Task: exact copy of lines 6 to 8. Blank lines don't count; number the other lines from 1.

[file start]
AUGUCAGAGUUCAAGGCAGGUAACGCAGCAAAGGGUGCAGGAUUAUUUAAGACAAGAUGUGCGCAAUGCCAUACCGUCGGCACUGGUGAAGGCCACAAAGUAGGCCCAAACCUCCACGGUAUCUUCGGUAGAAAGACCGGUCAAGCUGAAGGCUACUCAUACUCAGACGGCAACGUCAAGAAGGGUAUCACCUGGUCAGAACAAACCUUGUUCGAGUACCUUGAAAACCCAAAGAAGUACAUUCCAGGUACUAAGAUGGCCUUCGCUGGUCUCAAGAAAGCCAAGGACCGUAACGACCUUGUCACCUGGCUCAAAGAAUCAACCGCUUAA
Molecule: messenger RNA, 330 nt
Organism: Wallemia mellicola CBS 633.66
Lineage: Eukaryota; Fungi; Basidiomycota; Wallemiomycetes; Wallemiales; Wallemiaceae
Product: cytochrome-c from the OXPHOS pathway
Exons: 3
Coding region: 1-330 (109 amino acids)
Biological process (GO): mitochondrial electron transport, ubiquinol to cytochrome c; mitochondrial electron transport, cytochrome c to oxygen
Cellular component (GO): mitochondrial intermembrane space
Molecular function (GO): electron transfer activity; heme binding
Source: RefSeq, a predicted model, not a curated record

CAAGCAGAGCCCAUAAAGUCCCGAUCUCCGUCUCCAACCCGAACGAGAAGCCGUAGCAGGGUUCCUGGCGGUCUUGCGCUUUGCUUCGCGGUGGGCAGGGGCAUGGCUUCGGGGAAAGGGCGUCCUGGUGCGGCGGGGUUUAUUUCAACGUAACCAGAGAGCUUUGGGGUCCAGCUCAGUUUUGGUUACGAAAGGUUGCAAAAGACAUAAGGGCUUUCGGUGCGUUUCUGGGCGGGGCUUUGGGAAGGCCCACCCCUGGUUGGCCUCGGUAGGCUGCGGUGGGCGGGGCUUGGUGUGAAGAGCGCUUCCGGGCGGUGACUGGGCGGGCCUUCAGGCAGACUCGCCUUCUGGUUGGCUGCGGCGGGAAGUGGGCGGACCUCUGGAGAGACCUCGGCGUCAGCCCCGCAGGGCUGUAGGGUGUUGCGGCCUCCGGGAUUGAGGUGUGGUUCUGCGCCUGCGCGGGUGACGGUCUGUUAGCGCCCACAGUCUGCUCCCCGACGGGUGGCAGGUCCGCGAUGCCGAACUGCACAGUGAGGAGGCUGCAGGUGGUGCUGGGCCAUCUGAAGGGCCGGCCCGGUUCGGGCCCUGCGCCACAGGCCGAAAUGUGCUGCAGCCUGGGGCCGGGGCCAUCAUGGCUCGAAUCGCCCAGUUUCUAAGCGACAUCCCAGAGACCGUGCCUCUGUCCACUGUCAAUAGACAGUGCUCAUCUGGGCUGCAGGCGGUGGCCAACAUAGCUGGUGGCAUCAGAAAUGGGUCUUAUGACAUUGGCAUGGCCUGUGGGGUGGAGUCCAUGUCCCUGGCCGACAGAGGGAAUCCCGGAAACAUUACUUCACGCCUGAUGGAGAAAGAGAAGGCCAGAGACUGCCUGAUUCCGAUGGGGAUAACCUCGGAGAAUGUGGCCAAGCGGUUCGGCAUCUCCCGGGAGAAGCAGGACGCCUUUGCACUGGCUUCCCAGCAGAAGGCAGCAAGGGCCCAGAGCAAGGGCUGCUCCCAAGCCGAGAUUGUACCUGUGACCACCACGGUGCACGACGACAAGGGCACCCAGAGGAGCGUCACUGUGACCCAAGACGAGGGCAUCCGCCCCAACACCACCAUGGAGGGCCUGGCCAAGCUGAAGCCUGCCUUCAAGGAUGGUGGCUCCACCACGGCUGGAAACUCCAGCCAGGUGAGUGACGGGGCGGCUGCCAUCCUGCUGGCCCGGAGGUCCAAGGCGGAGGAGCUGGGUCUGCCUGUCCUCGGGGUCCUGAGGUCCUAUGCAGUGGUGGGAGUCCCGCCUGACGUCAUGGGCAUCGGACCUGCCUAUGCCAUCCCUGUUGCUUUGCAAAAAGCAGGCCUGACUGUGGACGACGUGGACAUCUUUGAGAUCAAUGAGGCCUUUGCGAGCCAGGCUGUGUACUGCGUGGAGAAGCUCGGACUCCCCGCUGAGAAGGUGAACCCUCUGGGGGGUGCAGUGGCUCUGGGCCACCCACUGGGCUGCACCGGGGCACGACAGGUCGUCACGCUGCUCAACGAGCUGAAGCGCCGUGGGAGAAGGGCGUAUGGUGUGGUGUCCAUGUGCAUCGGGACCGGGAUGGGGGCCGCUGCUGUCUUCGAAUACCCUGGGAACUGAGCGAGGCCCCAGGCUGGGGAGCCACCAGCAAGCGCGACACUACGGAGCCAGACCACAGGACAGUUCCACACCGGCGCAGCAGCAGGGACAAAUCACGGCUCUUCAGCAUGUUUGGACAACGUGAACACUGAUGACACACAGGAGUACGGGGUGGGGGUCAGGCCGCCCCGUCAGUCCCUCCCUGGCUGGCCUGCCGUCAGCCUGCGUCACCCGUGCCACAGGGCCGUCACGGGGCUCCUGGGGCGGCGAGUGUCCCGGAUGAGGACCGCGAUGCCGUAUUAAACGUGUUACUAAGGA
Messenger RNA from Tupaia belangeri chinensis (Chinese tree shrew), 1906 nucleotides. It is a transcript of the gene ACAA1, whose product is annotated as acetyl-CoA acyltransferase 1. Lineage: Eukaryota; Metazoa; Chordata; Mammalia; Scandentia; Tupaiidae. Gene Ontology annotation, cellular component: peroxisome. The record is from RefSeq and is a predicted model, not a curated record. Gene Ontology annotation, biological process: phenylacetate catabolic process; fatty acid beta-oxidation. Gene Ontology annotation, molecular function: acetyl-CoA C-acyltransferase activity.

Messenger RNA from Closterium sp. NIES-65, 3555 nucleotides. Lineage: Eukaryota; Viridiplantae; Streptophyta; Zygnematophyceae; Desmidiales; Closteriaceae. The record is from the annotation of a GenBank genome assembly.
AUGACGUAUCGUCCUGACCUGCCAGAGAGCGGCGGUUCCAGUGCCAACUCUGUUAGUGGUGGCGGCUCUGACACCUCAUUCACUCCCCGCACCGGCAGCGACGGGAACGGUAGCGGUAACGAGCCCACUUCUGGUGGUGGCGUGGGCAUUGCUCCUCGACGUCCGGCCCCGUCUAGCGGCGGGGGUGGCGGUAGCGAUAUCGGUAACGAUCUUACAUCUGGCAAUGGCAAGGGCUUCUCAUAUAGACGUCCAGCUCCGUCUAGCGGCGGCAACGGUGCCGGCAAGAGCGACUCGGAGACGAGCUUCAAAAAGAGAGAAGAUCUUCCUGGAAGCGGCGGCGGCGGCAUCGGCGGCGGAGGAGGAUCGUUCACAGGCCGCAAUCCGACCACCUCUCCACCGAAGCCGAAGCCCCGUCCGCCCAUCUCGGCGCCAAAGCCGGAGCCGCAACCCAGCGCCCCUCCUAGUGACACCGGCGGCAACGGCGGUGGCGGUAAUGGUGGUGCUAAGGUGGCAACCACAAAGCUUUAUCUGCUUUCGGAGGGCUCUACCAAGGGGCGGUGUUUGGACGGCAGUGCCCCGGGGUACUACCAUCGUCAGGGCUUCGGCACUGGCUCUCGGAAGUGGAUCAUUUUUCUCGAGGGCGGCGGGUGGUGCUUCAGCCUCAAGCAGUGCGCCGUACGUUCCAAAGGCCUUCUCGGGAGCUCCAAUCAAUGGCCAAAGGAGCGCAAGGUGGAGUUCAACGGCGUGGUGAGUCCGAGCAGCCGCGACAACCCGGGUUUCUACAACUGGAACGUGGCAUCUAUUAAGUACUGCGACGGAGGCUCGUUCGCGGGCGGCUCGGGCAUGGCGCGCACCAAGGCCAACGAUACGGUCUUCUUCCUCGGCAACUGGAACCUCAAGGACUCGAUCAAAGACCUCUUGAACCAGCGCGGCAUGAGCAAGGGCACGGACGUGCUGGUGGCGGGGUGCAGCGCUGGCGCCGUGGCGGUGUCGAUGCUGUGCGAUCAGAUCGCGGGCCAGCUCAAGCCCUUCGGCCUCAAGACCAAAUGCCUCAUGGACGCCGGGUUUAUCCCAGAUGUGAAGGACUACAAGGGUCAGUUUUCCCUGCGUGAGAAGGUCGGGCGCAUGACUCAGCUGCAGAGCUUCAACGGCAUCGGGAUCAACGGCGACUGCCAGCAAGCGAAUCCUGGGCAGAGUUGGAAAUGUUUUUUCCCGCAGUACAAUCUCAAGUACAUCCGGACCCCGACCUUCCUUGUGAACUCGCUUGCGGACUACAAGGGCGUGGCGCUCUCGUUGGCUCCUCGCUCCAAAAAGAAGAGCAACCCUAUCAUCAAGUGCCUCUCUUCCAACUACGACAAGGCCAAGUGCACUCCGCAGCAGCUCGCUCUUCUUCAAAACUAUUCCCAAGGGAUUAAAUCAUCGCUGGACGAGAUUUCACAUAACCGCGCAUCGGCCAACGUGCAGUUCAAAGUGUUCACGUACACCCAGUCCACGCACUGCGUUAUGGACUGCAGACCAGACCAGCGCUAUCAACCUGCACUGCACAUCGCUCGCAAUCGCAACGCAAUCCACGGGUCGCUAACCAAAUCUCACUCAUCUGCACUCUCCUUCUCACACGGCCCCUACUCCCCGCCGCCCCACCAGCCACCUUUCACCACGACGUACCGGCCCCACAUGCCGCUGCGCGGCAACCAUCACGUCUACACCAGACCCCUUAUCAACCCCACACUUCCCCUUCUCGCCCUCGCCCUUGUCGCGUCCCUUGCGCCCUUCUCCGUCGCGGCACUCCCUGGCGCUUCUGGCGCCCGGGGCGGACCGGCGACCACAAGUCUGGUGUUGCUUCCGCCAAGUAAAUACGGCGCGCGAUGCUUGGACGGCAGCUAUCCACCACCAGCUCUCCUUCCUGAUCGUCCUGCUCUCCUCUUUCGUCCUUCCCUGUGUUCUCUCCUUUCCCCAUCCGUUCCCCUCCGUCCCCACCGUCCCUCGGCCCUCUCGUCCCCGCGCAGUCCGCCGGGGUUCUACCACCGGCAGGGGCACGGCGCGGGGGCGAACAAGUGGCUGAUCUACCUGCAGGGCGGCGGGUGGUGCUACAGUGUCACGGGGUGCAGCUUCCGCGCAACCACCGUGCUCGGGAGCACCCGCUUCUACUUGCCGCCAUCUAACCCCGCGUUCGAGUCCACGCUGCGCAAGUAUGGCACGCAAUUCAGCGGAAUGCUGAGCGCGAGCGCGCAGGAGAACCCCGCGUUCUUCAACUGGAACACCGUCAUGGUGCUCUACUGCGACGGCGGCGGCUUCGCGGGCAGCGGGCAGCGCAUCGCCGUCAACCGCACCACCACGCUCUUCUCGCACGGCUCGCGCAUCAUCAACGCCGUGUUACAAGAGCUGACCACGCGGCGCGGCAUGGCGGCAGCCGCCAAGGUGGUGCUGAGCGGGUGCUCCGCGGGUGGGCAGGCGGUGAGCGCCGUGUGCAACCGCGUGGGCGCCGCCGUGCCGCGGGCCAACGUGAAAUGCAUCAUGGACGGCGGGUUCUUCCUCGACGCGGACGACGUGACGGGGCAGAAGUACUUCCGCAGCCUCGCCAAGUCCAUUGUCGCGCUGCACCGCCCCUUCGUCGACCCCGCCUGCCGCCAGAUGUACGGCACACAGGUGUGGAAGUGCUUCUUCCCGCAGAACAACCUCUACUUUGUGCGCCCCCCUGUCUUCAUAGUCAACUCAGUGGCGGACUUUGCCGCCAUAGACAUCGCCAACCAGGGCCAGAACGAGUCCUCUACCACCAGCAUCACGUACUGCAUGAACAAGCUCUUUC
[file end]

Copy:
Exons: 3
Coding region: 1-330 (109 amino acids)
Biological process (GO): mitochondrial electron transport, ubiquinol to cytochrome c; mitochondrial electron transport, cytochrome c to oxygen